There's no doubt that the launch of Elemental had it's issues. While the concept of the game was interesting the product that Stardock shipped didn't meet the high bar of quality that other Stardock games have. The results for Stardock were devastating as the lower than expected revenue at launch forced the company to lay workers off and to rethink how they did business. One of the things that Stardock has done to right the ship was to bring in Derek Paxton. We got a chance to get some questions to Stardock's newest employee and here are the results.
First off congrats on the new gig. Why did you choose to go to Stardock? Could you talk about what your role is going to be and what your day to day duties are going to be?
I choose Stardock because they focus on the types of games I love to design and play, PC strategy games. Since Stardock is both the developer and publisher they make the games they want, rather than being beholden to an external publisher.
I am the Senior Producer at Stardock, my responsibility is to manage game production. This includes design, working with the team to remove barriers and prioritize tasks, lots of project management and making sure that our releases live up to the standards of Stardock and our fans. Day to day I work with the programmers and artists (the folks with the real talent) to make sure everyone understands what needs to be done, how to do it and that we are marching steadily toward that goal.
Are you specifically going to be working on just Elemental or will you be working on new projects at Stardock?
At this time my focus is completely on Elemental.
Is there one thing you didn’t know about Stardock that you were surprised to learn?
Just how open and welcoming everyone is. Coming from a business software background I assumed that the environment would be similar (not that the people I worked with previously weren't great people). Instead I met a team who are lucky enough to be doing what they love for a living. The artists are excited to create new art, the programmers want to create fun mechanics. I'm excited to become a part of the team.
So let’s get to the hard question. What’s your take on the past, current, and future state of Elemental? How hard do you think it’s going to be to turn around the perception of the game?
I love the concept of Elemental, I think it has the potential to be a great game. But I don't love the implementation. That's good news because if the concept was simply flawed it couldn't be improved. I believe Stardock has done a lot of work to improve the game since its initial release and Elemental is now stable and fun to play. But I don't think the job is done. Stardock is committed to making Elemental great, and we have everything we need to make that happen.
As for turning around the perception of the game, I believe that if you create a great game everything else will fall into place.
What are your first priorities when you start? What are some of the things you want to do long term?
My first step is to understand all the design decisions that have already happened. I've started getting feedback from the player community, next will be to interview the members of the Stardock team. Though I have a lot of ideas for the game I'm not a fan of suggesting changes unless you truly understand the system, so I need to listen before I speak.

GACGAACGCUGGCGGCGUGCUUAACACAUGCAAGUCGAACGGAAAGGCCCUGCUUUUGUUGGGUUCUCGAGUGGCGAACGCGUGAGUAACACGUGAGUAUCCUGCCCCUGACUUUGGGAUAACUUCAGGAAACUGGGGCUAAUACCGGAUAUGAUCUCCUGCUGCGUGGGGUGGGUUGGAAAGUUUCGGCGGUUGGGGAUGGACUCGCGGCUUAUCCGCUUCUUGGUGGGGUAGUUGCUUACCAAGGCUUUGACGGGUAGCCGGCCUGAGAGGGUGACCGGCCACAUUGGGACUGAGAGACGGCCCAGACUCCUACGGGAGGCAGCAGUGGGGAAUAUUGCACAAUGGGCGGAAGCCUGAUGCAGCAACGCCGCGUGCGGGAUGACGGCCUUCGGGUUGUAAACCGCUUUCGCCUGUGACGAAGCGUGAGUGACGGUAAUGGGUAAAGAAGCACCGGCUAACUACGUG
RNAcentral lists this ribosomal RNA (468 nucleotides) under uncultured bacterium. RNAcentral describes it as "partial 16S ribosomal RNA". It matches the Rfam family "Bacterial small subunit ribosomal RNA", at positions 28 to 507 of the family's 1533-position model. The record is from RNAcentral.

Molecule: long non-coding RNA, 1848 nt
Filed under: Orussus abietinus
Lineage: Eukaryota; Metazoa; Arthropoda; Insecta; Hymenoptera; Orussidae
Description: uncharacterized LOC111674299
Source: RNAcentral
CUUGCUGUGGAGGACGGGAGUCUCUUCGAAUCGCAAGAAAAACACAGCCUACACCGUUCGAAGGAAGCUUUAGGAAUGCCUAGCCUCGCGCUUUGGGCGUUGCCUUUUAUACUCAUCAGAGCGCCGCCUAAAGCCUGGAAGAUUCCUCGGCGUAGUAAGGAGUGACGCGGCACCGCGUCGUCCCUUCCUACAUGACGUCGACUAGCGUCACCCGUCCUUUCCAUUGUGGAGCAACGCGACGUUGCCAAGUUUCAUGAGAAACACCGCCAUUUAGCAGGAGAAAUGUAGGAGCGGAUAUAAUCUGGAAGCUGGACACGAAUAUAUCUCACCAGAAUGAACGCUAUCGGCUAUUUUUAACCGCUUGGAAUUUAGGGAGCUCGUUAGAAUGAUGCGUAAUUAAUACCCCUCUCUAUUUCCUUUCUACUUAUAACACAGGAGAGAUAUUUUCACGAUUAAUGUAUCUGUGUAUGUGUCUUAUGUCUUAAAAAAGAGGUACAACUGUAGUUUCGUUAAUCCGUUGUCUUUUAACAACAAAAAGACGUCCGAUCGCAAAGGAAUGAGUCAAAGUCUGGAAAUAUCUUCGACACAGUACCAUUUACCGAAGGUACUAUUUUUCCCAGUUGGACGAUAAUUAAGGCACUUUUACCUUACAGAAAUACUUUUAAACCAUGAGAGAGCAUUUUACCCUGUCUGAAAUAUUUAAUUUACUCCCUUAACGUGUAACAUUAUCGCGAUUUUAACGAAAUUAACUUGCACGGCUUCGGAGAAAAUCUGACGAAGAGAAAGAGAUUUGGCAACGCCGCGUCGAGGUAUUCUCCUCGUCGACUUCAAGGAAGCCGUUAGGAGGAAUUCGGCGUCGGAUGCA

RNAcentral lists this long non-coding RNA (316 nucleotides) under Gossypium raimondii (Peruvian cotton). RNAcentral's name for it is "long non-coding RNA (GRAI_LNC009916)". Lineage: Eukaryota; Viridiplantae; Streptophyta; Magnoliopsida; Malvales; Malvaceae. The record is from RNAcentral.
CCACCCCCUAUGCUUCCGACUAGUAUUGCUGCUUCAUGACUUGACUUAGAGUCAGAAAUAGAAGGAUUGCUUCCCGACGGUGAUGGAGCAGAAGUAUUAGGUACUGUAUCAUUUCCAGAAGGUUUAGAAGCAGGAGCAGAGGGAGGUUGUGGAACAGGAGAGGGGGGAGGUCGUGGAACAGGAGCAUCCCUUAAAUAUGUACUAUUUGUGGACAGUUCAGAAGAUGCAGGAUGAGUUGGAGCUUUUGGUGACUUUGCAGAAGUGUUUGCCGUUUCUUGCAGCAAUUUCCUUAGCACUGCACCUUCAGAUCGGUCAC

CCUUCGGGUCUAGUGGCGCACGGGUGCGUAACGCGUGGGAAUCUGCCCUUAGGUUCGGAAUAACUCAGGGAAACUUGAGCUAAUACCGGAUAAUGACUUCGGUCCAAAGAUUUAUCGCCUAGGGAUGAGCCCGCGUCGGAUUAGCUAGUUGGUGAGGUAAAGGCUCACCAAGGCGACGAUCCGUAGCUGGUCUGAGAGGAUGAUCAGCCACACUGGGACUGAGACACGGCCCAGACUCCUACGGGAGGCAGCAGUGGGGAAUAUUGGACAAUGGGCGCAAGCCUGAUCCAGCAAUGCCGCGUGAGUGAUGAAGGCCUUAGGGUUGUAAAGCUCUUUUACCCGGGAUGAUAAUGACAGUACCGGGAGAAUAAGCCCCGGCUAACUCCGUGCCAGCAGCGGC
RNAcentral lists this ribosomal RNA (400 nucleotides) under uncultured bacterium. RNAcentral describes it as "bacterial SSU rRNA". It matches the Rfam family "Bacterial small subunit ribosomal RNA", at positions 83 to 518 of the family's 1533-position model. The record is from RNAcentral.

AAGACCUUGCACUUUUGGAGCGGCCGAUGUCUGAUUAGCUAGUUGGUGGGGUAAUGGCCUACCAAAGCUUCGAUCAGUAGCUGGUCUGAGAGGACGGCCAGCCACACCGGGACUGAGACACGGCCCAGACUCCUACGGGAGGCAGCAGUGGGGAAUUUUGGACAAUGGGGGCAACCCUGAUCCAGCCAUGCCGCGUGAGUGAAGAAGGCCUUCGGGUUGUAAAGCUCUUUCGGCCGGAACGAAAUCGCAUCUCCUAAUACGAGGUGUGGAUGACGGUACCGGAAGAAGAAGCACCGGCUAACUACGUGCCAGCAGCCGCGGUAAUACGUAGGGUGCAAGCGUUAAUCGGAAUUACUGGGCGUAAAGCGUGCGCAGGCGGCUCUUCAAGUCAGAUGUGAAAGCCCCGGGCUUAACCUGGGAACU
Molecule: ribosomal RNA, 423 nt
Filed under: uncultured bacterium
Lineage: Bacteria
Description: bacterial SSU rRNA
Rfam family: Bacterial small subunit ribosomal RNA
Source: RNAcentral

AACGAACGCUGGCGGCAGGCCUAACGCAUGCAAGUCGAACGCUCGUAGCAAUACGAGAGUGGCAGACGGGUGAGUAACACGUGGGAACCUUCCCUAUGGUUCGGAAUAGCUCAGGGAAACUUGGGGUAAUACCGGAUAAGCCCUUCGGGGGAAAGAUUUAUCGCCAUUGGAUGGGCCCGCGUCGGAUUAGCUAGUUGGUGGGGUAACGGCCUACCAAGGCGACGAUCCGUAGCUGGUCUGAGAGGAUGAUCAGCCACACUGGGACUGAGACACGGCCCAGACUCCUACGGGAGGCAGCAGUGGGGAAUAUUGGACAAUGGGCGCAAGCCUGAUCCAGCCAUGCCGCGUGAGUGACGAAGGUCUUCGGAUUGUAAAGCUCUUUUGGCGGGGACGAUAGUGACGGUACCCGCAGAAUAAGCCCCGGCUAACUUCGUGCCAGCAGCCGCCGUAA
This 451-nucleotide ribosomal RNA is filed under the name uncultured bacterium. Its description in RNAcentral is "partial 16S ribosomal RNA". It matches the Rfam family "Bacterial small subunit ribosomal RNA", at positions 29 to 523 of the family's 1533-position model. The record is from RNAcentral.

But my initial focus is on improving the games pace and making the first 30 minutes more fun, because if players don't enjoy that then there is little chance they will check out the rest of the game.
Longer term goals will have to wait for later announcements.
Describe your approach to project management? Are you more waterfall, iterative, or agile? In your opinion, what’s the biggest improvement in software development in the last five years?
I don't think any of the methods work for video game design in a pure state. I lean more toward iterative design in that I want a significant portion of the design timeline to be spent iterating on the design rather than simply creating the design. If it would take 12 months to implement the mechanics we should tack on an additional 6 months just to iterate on that design. It's that time that has the biggest influence on game quality.
My approach to project management is communication heavy. Provide a consistent vision for the team, provide a list of tasks toward reaching that goal and remain loose enough to adjust those tasks when new ideas or concerns come in. Every team member should understand exactly what they need to do, have the tools to do it, and be motivated by being able to see how it fits into the larger picture. Although I encourage a lot of feedback and ideas, I'm also very hesitant to add good ideas, they have to be great (scope creep being a huge risk in game design). Instead I want more elegant ideas, I'm more interested tightening a design than adding to it.
I think collaboration tools have had the biggest impact on software development in the past five years. Stardock uses IM, chat and screen sharing software to quickly and easily share information and ideas. Even coworkers that are an office away use these tools to collaborate rather than walk to each other's desks. Artists from Germany are as accessible as an artist that shares your office. And this includes the power of forums for getting feedback, providing screenshots and error messages.
This isn't new to the past five years. But the adoption and acceptance as a standard part of business culture has grown in the past five years and influenced every part of software development.
What are the odds that we’ll see a new Fall from Heaven game from Stardock at some point in the future?
I would love to see a Stardock produced Fall from Heaven game. But for now my focus is on making Elemental great.
I'd like to thank Derek for taking the time to answer our question as well as Stephanie for coordinating the interview.
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